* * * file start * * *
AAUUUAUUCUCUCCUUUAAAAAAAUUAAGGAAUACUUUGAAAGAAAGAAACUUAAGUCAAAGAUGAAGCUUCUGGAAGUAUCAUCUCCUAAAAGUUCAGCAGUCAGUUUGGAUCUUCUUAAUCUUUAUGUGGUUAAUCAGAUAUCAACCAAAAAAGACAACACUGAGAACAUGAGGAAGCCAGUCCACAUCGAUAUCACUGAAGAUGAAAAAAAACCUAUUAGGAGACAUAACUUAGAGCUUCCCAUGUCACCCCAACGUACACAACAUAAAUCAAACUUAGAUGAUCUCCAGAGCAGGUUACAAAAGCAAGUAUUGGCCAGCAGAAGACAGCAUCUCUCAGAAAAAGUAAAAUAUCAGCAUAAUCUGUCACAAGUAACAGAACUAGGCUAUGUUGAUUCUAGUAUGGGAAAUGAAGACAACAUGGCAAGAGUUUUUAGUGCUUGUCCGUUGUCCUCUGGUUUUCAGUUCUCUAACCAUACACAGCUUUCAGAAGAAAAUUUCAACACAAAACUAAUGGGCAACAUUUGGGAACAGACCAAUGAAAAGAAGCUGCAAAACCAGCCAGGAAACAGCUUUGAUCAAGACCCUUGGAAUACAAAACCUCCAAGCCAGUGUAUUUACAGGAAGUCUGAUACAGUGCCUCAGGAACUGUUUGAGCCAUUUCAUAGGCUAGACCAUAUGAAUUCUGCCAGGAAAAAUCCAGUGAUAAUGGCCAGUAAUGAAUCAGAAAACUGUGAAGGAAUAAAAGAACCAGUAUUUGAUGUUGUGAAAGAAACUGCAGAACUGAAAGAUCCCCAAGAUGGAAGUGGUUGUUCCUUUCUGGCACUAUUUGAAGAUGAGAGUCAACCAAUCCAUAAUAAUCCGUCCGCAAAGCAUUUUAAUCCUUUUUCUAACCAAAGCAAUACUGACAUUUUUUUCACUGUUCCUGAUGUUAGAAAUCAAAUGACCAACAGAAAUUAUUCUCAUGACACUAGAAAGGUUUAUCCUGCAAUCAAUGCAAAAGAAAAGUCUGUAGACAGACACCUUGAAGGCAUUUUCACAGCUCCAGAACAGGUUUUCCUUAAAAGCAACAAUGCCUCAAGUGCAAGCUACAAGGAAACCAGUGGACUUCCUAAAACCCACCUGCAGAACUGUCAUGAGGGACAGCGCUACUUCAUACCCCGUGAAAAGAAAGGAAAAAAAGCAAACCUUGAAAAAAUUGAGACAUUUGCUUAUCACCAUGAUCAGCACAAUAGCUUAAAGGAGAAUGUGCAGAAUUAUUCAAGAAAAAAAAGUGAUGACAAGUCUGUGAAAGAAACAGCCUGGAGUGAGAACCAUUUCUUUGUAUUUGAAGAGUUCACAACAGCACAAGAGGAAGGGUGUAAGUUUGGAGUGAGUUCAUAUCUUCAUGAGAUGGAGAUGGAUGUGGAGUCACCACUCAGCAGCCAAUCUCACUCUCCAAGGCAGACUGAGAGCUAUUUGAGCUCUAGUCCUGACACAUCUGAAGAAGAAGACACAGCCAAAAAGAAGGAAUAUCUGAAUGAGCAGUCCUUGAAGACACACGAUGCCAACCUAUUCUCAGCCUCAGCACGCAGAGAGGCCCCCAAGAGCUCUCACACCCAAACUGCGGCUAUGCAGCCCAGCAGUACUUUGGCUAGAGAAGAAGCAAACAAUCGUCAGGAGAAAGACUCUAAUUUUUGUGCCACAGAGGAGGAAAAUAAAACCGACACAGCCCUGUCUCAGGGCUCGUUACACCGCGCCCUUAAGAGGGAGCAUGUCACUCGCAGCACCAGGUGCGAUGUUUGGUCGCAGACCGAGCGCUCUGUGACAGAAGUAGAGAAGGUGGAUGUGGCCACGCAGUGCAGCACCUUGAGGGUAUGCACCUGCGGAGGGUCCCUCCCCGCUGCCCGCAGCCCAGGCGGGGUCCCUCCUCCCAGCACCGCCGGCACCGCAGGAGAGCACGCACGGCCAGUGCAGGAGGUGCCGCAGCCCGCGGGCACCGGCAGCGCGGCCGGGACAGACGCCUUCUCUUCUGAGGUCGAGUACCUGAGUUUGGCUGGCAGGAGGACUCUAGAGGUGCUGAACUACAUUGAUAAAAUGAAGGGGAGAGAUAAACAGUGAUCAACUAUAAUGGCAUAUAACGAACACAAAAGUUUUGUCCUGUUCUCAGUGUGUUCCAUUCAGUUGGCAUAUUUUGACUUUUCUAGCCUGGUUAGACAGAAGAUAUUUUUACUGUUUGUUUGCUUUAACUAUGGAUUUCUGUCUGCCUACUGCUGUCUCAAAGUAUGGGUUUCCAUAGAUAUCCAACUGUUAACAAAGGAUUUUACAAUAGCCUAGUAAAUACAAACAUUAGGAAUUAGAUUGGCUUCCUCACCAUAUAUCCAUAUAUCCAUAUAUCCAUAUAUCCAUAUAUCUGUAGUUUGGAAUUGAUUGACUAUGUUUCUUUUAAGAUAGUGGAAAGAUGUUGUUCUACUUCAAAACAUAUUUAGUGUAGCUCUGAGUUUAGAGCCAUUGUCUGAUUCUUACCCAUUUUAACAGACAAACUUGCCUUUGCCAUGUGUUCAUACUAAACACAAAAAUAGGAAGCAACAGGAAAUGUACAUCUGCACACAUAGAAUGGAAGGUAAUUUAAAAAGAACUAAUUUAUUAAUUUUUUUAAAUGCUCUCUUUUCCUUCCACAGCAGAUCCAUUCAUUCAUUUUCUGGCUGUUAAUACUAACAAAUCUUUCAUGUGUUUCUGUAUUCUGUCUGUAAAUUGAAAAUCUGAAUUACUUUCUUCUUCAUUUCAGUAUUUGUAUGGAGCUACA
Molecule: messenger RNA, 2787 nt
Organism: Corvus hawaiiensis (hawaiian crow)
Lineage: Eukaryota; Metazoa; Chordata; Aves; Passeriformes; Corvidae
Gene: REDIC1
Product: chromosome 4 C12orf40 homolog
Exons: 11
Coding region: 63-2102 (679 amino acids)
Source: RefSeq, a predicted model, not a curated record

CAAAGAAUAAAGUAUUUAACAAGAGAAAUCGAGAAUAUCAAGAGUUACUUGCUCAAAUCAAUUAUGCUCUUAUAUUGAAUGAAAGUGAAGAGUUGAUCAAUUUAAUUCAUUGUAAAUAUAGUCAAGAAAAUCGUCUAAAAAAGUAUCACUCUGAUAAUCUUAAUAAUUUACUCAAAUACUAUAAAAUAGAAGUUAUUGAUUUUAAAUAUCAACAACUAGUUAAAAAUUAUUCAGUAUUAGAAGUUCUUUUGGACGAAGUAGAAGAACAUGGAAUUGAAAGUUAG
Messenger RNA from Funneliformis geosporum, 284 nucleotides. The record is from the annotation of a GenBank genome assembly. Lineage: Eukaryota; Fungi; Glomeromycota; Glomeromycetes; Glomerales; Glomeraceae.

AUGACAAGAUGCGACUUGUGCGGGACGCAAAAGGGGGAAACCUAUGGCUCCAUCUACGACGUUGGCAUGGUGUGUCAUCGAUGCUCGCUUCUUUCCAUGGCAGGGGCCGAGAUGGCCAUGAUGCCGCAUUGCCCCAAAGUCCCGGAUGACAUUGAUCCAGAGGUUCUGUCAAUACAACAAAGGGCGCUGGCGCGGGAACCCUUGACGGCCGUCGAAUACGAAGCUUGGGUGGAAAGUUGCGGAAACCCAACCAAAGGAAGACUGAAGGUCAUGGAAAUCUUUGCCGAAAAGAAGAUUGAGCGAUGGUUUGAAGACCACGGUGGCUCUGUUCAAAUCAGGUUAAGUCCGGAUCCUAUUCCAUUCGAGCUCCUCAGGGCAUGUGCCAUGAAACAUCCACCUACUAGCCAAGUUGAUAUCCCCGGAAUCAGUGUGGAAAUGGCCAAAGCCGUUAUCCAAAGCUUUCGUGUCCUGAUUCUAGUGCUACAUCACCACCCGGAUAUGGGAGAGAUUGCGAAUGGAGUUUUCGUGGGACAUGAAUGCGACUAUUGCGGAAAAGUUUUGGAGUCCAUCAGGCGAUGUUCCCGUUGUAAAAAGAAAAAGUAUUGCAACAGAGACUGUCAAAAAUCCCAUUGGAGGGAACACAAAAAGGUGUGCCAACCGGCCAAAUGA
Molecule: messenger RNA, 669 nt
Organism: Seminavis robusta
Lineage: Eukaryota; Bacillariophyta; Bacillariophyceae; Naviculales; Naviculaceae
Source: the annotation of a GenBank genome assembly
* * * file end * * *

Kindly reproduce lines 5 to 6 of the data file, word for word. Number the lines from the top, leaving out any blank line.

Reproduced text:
Gene: REDIC1
Product: chromosome 4 C12orf40 homolog